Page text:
Medesthetics Special

AR Supplement

Surgical Aesthetics and Acne & Rosacea are special editions of Medesthetics. To see Surgical Aesthetics, go to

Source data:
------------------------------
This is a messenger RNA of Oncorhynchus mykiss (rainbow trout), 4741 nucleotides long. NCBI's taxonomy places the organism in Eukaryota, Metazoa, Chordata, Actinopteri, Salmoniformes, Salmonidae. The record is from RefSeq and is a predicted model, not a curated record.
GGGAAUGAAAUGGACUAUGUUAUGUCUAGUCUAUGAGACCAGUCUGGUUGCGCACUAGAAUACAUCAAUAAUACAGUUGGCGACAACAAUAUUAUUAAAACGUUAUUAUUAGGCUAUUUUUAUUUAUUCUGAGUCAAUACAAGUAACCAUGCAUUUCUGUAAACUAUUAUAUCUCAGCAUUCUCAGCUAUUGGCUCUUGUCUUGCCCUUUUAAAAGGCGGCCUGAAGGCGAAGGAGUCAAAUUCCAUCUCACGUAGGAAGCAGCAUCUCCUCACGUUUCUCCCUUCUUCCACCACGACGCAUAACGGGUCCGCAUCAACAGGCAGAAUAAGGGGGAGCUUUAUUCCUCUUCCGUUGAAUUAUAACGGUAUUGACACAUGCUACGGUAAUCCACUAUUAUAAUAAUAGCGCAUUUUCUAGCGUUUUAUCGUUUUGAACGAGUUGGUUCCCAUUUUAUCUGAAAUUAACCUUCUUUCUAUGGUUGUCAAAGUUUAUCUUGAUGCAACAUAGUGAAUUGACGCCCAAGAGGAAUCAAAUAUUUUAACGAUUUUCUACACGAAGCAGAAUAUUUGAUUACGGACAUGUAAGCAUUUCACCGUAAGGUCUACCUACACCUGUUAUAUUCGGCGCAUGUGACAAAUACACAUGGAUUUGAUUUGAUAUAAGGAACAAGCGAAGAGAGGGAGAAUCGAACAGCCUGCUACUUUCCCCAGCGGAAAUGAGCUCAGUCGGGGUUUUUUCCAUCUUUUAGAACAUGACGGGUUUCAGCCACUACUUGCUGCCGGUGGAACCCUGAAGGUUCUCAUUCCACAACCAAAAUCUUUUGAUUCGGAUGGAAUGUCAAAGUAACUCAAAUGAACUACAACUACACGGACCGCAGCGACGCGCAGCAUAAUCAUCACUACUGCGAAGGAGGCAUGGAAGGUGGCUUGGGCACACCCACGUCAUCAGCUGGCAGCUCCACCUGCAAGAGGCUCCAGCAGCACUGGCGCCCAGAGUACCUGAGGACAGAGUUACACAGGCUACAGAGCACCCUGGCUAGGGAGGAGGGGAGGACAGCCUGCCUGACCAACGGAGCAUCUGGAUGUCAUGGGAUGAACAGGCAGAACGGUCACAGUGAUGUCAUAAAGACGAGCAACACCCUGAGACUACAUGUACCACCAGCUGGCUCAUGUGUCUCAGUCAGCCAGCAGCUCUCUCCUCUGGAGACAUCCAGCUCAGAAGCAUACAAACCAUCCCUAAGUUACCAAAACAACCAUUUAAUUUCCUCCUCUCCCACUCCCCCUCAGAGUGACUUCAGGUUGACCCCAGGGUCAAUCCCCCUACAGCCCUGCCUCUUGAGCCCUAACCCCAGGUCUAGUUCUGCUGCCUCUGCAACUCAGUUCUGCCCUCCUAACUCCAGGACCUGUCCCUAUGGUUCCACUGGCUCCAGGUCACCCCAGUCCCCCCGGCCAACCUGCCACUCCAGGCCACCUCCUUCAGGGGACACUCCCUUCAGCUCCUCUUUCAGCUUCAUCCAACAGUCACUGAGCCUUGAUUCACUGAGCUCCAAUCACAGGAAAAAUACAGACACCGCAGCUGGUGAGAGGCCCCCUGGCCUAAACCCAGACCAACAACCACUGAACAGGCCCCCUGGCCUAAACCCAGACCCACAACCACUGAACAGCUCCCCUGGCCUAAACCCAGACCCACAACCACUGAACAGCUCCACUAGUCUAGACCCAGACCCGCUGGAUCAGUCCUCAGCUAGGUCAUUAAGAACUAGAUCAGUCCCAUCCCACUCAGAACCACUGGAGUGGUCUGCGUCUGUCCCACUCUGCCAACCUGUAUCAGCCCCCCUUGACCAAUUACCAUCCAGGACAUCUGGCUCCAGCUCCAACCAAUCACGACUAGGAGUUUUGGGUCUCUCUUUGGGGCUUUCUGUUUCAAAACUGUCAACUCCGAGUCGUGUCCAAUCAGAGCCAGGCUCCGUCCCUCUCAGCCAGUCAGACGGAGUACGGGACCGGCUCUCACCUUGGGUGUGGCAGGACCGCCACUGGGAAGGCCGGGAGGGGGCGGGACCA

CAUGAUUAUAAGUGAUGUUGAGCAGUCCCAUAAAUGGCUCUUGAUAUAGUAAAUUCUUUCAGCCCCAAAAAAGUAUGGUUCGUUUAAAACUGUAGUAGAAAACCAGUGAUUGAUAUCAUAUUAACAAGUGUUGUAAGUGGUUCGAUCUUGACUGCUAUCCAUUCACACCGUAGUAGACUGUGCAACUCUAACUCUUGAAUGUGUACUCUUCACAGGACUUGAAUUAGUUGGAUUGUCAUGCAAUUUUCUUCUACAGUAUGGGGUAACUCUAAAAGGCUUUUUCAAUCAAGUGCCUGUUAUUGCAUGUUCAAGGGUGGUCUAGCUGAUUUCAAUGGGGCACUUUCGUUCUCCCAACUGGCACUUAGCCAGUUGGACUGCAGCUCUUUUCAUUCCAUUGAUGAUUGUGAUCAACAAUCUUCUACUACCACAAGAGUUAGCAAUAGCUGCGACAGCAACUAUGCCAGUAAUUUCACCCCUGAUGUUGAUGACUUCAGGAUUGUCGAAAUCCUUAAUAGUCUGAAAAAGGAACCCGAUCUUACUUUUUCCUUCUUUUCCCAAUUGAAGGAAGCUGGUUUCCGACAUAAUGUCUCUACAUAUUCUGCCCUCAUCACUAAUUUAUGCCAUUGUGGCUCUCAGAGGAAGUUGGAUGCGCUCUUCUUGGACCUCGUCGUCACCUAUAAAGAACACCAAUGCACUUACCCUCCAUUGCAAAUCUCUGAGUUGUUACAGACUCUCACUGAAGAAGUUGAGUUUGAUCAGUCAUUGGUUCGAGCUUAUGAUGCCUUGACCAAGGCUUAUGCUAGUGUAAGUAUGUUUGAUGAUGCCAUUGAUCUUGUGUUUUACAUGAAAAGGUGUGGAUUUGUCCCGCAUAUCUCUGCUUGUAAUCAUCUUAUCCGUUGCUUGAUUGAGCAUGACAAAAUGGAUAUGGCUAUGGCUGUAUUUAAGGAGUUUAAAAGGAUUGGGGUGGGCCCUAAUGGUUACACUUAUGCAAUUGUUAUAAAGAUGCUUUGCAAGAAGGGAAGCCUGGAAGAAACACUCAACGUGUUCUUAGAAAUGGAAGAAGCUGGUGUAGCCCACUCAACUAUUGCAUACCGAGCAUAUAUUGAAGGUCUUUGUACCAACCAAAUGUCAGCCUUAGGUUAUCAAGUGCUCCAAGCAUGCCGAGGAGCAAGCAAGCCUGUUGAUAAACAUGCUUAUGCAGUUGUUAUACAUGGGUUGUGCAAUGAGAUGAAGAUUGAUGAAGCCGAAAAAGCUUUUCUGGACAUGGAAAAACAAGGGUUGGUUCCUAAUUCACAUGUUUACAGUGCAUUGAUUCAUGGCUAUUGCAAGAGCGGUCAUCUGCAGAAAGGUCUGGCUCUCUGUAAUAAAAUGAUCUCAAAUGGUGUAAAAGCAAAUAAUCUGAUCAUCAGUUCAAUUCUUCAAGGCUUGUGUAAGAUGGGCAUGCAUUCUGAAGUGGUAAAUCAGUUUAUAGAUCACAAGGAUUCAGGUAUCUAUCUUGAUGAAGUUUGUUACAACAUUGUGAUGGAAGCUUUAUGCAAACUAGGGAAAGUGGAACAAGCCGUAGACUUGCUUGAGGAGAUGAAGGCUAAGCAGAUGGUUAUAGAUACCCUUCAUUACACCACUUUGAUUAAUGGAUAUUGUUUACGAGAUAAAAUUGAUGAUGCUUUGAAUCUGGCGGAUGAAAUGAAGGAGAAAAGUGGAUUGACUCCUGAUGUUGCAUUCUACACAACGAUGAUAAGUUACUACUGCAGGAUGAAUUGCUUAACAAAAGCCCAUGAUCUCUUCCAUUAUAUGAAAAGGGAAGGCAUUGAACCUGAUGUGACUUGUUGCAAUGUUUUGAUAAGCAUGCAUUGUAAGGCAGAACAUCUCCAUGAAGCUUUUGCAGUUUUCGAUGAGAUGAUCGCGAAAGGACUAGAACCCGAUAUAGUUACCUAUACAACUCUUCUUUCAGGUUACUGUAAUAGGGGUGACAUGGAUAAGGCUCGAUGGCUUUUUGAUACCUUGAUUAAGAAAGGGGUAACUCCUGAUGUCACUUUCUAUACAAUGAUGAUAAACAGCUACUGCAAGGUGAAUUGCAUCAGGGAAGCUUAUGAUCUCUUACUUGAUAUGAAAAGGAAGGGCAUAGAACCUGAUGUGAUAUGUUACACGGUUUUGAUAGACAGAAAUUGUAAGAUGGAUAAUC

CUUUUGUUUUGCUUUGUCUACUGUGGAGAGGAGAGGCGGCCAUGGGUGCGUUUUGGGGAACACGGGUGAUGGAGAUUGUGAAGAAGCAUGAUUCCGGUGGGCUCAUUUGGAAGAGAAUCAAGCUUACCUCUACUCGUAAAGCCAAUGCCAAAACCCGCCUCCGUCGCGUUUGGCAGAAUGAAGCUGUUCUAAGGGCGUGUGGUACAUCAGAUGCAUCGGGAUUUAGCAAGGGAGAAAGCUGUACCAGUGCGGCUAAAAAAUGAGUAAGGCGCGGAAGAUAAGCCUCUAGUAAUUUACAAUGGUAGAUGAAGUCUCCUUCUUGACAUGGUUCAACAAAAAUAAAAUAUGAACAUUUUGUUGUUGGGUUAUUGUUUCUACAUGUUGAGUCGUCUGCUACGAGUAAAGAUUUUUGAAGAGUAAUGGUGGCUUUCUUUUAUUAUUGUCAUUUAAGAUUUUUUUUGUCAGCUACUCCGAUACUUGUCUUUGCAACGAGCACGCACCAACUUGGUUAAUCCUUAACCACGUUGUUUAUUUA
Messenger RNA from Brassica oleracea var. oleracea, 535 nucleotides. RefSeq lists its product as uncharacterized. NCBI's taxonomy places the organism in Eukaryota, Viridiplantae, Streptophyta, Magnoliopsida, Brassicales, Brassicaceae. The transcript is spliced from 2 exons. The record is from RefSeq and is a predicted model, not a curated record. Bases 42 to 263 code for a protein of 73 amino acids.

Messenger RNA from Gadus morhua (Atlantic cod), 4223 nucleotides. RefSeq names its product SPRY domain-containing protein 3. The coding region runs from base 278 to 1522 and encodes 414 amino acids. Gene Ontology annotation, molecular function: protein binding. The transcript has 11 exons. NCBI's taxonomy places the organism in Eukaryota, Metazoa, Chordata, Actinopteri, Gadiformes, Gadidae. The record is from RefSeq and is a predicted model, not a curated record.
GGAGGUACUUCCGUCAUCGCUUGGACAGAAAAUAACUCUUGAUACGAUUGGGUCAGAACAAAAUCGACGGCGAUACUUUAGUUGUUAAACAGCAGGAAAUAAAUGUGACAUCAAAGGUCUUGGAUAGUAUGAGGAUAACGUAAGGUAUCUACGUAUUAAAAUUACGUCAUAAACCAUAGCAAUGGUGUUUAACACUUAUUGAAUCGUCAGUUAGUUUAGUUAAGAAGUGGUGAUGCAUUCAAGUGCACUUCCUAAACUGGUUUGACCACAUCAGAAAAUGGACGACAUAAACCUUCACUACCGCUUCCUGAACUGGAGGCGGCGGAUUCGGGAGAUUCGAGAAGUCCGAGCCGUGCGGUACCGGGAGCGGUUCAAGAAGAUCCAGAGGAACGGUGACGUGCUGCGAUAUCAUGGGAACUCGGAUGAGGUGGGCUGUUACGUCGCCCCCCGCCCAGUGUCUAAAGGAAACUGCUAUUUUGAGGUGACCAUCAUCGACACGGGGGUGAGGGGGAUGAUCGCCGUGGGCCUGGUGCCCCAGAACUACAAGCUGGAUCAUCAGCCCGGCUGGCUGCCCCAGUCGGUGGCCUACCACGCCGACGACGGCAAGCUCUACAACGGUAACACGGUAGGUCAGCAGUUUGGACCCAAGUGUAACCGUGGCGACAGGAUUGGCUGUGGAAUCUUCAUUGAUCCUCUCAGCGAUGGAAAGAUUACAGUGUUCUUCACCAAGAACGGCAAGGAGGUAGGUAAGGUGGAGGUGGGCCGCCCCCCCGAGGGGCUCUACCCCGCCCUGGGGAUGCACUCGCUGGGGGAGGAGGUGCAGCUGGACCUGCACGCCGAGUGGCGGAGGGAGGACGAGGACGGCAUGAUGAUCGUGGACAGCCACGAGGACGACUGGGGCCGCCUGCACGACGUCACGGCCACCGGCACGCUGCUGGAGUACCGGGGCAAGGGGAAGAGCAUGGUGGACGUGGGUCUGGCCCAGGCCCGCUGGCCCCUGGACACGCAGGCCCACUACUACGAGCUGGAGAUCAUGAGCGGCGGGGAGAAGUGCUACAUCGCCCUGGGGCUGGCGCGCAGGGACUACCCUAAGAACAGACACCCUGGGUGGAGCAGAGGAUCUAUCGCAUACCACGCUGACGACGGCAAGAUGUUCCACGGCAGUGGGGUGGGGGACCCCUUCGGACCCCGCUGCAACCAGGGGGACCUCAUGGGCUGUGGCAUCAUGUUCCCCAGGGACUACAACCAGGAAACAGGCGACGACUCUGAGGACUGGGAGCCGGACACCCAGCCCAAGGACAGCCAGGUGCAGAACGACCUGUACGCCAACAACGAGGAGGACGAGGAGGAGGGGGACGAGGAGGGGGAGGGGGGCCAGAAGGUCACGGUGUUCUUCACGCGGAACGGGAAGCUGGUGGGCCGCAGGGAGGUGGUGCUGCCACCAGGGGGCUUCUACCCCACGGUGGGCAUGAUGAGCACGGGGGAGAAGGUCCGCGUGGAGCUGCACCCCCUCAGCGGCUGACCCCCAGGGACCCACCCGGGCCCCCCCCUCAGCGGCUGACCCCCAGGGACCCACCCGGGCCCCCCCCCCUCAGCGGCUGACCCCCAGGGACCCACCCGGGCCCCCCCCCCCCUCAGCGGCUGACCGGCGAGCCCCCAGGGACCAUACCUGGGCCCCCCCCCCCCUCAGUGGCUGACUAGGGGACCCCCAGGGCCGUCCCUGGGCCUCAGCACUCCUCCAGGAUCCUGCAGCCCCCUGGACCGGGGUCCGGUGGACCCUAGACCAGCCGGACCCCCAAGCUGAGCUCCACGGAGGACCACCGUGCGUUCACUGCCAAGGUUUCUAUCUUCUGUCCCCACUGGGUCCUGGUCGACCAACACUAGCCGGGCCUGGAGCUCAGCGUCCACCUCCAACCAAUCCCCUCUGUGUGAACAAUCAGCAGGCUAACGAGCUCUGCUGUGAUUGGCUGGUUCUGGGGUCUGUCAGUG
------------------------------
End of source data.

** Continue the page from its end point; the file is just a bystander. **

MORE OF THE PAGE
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Prescribing Topicals cases, I would do combination treatment with a topical and oral antibiotic along with a retinoid. One subset of patients that deserves special attention is skin of color patients. They may require combination therapy with oral antibiotics due to the propensity to find inflammation even in mild comedonal acne and their increased incidence of post-inflammatory hyperpigmentation." Dr. Downie offers two combination clindamycin and tretinoin products in her practice, Veltin Gel (Stiefel, and Ziana (Medicis Pharmaceutical, "Some patients are really dry so I recommend an oil-free moisturizer," she says. "I also recommend dotting on a fade cream to the darker areas. The fade cream of the moment is Sledgehammer from MyBody. It's very gentle yet very effective." The Right Product for Each Patient "A foam is better tolerated in hair-bearing areas—such as the scalp—while oily skin may require a gel base." In addition to a variety of actives, topical treatments are offering a range of vehicles, from creams to gels and even foam formulations for more targeted prescriptive care. "Choosing vehicles is very important as it effects compliance," says Dr. Badreshia-Bansai. "A foam is better tolerated in hair-bearing areas—such as the scalp—while oily skin may require a gel base and dry skin requires more of a moisturizing cream vehicle." Patients in climates with dry winter seasons may also require a moisturizing, cream-based product, while patients in more humid climates are best treated with lightweight, gel-based formulations. Dr. Badreshia-Bansai finds that teens generally prefer "the simplest regimens possible, as do many adults. This is where dual therapy is excellent. Benzoyl peroxide/clindamycin gel 6 July/August 2012 | ACNE & ROSACEA and benzoyl peroxide/adapalene are more effective and easier to use and requires fewer steps, which increases compliance and treatment results." Working with a skin condition that largely affects young people inevitably leads to questions of pregnancy. "That changes everything," says Dr. Downie. "I take the patient off retinoids immediately. She has to come off oral antibiotics and all topicals except Finacea. Finacea is the only safe acne drug in the pregnancy category. I will still peel them with chemical peels and I let them use glycolic-acid based cleansers at home." Homecare Advances Taking a cue from prescription-based topicals, homecare regimens are boosting efficacy and patient compliance with a combination of active ingredients. Retinol—based on its ability to be converted into retinoic acid in the skin—and benzoyl peroxide are two of the most widely used acne-fighting homecare ingredients. But even at lower, over-the-counter strengths, they bring concerns of dryness and irritation. PCA Skin offers a benzoyl peroxide cleanser and cream that has been reformulated with arnica to reduce redness and polyhydroxy acid gluconolatone. "This is an alpha hydroxy acid and also a polyhydroxy acid. It has a well-known usage in skin care as an antioxidant, and it also has a UV protective component," says Ivana Veljkovic, PhD, manager of research and development and international regulatory compliance, PCA Skin ( "Gluconolactone is a milder exfoliant compared to glycolic acid, for example, so it causes less skin irritation and erythema. It seems to be a great addition to benzoyl peroxide because it synergistically increases the overall efficacy of the products, but it also brings a moisturizer and anti-inflammatory component." © Though choosing the best active ingredient or combination of ingredients is largely based on skin type, the severity of acne and a patient's age, gender and region may also play a role in prescription choices. Dr. Downie notes that ACZONE is a popular choice for women because it comes in a lightweight gel that absorbs right into the skin. "They can put on their sunblock and their makeup and walk right out the door," she says. "Tazorac comes in a cream formulation, but it also absorbs very well."

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